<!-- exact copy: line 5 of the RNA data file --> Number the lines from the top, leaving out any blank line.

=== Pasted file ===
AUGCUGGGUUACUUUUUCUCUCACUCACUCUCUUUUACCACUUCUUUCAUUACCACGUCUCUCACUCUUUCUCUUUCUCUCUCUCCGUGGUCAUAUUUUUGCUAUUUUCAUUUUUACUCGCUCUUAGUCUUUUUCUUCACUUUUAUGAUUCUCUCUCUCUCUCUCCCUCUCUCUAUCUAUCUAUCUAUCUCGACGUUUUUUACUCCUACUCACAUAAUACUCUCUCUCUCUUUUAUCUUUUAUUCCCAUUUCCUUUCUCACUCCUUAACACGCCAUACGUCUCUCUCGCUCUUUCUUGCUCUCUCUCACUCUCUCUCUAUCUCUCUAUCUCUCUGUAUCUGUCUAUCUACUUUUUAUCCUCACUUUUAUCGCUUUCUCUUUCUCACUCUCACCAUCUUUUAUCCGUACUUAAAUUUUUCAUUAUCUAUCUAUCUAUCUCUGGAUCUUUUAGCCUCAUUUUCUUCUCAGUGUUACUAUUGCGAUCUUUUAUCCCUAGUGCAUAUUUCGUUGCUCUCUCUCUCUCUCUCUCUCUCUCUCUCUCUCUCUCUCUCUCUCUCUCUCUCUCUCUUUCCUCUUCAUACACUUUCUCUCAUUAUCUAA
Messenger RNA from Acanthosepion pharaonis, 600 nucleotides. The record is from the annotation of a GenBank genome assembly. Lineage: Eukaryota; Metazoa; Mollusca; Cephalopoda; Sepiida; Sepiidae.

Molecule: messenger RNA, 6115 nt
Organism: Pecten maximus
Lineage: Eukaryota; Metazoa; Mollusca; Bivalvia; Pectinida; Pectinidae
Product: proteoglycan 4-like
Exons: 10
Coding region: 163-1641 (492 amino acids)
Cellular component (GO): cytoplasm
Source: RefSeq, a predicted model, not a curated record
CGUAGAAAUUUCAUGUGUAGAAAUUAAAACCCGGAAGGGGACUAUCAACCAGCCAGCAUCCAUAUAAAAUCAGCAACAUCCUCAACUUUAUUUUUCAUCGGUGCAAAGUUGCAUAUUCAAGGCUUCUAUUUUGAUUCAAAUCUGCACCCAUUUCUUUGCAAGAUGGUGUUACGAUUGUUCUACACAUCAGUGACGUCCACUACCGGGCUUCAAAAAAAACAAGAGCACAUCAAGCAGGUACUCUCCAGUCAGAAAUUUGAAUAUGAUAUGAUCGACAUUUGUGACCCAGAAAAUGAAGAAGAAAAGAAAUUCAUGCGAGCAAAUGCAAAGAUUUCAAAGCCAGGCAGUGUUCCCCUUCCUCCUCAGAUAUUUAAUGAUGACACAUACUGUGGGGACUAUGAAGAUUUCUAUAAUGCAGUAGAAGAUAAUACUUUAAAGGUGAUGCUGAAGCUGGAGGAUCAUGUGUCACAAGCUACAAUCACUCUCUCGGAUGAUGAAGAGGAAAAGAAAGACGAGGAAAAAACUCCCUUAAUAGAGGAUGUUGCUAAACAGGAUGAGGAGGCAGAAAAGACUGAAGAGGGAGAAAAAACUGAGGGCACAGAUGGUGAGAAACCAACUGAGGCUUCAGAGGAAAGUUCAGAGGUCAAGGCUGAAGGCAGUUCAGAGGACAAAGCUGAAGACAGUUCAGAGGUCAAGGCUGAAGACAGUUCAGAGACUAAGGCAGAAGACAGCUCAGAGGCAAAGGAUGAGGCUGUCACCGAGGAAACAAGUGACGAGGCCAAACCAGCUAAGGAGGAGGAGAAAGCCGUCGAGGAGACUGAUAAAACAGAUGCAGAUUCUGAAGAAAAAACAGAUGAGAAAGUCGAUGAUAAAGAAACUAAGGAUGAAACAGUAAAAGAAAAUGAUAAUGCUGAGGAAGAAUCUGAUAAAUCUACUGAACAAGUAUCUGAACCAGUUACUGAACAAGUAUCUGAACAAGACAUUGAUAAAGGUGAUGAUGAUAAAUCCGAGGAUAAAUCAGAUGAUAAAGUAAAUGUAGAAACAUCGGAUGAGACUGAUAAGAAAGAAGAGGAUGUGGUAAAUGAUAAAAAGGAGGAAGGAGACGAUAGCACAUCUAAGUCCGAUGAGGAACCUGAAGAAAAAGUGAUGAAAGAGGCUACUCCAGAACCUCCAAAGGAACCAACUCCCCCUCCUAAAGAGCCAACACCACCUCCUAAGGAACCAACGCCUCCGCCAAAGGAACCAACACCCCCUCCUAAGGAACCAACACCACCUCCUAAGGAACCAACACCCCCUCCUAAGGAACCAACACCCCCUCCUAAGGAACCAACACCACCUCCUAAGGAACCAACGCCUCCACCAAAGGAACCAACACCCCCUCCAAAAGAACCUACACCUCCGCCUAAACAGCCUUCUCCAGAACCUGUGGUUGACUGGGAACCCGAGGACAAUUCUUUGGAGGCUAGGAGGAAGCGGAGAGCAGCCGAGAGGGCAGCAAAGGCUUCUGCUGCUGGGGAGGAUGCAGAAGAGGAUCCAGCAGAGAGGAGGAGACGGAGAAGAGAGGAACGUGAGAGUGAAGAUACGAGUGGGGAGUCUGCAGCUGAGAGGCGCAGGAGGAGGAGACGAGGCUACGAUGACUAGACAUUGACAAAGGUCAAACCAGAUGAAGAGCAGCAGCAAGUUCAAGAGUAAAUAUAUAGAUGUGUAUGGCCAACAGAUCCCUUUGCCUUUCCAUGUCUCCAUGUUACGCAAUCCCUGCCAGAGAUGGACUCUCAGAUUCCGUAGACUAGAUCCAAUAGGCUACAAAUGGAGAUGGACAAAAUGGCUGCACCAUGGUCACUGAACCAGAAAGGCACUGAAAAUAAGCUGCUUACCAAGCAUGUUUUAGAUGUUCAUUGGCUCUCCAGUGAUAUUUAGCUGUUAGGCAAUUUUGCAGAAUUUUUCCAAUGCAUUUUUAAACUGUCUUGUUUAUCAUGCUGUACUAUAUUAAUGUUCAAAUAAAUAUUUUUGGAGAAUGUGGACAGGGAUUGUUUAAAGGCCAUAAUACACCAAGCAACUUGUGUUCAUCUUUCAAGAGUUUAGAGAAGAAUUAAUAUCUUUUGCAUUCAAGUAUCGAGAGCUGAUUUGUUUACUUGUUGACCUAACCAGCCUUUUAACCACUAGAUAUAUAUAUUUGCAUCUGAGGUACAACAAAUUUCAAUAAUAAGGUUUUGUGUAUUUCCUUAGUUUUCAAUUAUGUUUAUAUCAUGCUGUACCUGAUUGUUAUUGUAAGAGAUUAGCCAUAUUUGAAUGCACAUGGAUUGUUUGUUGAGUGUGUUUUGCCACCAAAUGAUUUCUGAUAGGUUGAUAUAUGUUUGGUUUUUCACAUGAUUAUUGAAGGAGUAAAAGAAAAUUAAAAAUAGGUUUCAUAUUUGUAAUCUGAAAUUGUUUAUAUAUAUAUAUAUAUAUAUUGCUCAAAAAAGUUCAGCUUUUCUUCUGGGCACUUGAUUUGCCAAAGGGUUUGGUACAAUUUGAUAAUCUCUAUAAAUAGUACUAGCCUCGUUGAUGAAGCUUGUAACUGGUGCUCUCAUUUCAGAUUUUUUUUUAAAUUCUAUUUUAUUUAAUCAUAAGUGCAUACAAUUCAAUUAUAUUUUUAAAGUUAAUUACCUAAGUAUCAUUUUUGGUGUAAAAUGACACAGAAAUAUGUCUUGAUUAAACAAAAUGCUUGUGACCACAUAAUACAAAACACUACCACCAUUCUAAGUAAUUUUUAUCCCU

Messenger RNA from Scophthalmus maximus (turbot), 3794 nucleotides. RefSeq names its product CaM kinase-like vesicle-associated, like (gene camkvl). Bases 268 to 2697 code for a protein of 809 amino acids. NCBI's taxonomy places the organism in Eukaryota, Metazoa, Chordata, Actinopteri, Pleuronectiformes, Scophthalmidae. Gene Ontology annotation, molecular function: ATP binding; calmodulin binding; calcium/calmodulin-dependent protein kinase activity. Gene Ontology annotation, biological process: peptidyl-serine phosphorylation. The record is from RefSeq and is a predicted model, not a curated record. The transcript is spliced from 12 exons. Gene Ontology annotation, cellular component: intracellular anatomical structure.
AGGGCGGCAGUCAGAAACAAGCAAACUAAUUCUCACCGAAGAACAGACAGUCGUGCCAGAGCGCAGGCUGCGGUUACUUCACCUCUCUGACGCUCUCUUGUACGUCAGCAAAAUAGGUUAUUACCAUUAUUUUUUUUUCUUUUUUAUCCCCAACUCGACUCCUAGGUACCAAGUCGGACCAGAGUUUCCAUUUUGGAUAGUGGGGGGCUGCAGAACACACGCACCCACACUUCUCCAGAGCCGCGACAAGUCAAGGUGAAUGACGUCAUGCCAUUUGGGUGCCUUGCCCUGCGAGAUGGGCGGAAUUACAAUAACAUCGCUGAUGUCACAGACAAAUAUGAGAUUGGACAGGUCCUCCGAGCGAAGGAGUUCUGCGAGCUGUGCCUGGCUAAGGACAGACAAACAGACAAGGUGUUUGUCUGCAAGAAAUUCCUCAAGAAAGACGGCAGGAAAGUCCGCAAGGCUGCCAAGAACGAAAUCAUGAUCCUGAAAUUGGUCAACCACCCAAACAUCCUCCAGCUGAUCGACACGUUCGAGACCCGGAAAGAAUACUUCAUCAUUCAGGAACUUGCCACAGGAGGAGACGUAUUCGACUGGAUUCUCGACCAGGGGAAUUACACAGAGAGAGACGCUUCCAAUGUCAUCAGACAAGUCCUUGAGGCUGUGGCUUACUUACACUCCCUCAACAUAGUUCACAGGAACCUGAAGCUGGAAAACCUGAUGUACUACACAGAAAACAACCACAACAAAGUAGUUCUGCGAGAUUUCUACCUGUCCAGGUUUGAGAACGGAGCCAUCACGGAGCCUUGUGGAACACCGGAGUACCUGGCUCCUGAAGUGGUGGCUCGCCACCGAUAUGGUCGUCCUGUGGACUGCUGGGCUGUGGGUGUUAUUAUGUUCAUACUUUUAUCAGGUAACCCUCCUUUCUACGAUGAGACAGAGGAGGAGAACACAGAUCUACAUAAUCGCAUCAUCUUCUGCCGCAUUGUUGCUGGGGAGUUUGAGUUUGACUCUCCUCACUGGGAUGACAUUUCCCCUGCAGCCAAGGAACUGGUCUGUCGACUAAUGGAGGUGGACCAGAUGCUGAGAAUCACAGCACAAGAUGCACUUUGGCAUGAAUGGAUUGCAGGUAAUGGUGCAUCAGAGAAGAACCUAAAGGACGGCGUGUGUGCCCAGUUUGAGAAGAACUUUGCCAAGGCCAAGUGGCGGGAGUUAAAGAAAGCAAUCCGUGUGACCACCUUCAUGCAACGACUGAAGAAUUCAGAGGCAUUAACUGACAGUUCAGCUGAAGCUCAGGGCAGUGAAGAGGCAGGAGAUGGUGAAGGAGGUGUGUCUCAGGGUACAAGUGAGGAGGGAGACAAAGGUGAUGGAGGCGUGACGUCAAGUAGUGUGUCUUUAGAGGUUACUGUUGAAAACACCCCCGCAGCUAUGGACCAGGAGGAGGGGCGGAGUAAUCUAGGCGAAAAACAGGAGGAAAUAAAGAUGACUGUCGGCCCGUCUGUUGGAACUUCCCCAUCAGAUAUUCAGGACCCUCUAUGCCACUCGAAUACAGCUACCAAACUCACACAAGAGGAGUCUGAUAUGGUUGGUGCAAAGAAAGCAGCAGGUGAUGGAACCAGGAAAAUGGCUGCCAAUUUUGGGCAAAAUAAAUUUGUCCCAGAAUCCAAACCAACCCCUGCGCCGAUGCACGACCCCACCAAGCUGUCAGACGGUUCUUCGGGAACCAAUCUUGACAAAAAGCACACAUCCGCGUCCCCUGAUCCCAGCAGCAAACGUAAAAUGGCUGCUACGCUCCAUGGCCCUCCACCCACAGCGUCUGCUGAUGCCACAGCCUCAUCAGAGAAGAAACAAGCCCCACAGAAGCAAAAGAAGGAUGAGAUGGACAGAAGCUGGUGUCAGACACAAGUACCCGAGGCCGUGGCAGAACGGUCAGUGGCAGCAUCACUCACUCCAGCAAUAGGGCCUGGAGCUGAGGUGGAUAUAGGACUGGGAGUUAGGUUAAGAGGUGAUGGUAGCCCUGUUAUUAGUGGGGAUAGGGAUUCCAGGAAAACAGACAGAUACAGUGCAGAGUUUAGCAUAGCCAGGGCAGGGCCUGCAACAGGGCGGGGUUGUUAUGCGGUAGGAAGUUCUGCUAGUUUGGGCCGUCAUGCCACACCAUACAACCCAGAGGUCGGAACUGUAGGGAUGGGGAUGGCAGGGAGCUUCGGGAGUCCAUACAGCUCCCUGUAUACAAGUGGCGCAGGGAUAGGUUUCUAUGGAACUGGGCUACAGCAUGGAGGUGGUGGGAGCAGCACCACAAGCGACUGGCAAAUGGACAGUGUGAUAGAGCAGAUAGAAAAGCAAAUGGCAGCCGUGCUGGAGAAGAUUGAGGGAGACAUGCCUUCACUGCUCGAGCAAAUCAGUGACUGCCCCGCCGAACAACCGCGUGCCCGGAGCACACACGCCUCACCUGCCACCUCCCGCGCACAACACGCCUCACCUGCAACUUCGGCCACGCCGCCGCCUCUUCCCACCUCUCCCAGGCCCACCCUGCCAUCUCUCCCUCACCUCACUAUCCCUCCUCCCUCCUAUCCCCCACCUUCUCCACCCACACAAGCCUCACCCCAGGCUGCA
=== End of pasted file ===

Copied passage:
Lineage: Eukaryota; Metazoa; Mollusca; Bivalvia; Pectinida; Pectinidae